In journalism school they use the figure of speech, "Dog bites man," for a routine occurrence that's not newsworthy on the face of it. Journalists are encouraged to pursue unusual angles, like, "Man bites dog."
For Mercedes-Benz to be No. 1 in customer loyalty is a "Dog bites man" story. It's what you would expect, considering the brand's reputation. But for a while there, customer loyalty for Mercedes-Benz was a "Man bites dog" story, because other brands were on top.
In 2005, Mercedes-Benz was No. 8 in the J.D. Power study, behind plebian brands like Chevrolet, Hyundai and Ford. I was working at Mercedes-Benz then, and make no mistake, being that far down the list galled and worried the Mercedes-Benz people.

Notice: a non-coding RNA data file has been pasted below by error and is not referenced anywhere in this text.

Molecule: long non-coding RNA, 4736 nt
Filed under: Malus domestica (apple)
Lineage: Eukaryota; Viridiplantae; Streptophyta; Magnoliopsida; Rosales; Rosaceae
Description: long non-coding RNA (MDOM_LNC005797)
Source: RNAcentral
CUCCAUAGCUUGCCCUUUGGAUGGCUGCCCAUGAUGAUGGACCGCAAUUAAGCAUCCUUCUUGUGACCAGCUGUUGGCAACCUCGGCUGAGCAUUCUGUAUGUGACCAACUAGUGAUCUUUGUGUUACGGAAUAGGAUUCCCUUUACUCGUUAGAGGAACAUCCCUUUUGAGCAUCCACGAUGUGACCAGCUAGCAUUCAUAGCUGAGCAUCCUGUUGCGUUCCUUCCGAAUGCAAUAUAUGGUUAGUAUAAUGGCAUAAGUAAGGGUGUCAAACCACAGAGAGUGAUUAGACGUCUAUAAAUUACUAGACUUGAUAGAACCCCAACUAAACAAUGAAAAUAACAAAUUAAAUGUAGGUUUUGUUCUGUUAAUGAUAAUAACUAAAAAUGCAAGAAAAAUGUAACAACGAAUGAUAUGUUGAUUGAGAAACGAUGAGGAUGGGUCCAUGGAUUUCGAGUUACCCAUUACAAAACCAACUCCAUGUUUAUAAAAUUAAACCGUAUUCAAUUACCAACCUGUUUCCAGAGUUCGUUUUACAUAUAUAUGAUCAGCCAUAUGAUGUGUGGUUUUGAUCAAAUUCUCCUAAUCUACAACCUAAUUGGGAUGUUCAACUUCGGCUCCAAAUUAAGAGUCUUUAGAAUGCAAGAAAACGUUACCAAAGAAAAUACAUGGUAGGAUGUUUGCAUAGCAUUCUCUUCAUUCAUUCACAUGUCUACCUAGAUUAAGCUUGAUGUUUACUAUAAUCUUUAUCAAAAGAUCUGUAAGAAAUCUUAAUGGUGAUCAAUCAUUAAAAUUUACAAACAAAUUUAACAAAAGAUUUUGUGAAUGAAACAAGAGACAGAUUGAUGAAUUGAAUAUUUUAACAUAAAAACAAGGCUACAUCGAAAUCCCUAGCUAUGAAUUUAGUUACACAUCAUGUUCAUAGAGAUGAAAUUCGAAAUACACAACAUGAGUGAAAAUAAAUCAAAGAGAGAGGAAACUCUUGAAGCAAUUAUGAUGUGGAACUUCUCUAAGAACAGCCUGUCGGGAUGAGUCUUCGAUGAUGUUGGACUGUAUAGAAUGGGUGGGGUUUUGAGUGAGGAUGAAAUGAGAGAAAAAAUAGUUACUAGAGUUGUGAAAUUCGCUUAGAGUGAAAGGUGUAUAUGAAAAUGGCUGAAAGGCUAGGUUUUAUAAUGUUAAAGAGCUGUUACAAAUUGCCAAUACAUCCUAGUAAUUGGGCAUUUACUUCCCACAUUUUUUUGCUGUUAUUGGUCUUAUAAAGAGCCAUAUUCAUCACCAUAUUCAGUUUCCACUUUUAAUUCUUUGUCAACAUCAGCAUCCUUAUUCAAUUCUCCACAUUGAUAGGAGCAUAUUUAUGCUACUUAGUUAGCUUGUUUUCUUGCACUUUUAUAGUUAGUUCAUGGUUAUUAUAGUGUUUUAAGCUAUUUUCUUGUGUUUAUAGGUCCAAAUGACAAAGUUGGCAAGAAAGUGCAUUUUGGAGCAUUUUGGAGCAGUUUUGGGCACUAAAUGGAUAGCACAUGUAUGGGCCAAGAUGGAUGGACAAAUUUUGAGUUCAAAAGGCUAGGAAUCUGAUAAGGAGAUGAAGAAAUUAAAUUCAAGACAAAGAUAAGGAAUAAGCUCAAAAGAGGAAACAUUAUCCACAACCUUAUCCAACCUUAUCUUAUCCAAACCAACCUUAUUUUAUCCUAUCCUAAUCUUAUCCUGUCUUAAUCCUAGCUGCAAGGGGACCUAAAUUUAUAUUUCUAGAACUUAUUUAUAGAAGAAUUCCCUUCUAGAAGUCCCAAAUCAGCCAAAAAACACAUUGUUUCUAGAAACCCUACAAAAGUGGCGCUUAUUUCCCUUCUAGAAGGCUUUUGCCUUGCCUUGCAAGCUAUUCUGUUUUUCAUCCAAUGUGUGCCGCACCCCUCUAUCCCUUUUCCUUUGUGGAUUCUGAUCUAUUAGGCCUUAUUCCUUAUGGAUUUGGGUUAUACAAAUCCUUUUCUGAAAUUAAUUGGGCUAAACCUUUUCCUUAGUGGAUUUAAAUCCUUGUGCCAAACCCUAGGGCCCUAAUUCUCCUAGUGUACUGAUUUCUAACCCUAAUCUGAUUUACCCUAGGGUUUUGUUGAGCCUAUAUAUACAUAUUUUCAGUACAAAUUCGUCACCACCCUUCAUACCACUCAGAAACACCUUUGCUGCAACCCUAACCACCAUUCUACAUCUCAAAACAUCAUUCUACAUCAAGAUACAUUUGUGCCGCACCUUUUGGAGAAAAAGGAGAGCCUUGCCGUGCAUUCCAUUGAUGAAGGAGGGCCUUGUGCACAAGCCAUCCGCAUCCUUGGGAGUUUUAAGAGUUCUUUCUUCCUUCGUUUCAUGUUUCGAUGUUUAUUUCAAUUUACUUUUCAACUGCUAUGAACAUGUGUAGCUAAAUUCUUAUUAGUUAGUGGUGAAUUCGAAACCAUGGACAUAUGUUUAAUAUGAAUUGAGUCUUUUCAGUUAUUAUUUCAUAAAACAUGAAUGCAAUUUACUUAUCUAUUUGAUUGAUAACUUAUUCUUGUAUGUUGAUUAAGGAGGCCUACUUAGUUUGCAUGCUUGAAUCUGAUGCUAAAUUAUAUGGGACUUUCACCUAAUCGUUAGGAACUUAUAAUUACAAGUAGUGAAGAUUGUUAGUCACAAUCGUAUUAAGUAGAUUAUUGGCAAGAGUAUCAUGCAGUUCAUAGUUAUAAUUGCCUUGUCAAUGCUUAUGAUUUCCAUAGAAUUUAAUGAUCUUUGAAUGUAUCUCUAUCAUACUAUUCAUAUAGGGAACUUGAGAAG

Mercedes-Benz quality was way below industry average in the 2006 J.D. Power Initial Quality Study - just below Kia. Since then, Mercedes-Benz has clawed its way closer to the top in IQS. In the 2009 IQS, Mercedes-Benz was No. 6, ahead of Toyota. In 2008, it was No. 4 in IQS.
As quality improved, so did customer retention. Mercedes-Benz was No. 8 again in the 2006 Customer Retention Study; No. 6 in 2007; No. 4 in 2008. The difference in rankings statistically is generally not that great, but symbolically of course, it's nice to be No. 1 in anything.
To be No. 1 in customer retention has to be especially gratifying, since as I noted earlier this week, it's proverbially more expensive to recruit a new customer than it is to keep an existing customer - although to be a growing brand, of course you have to do both.
Chart: J.D. Power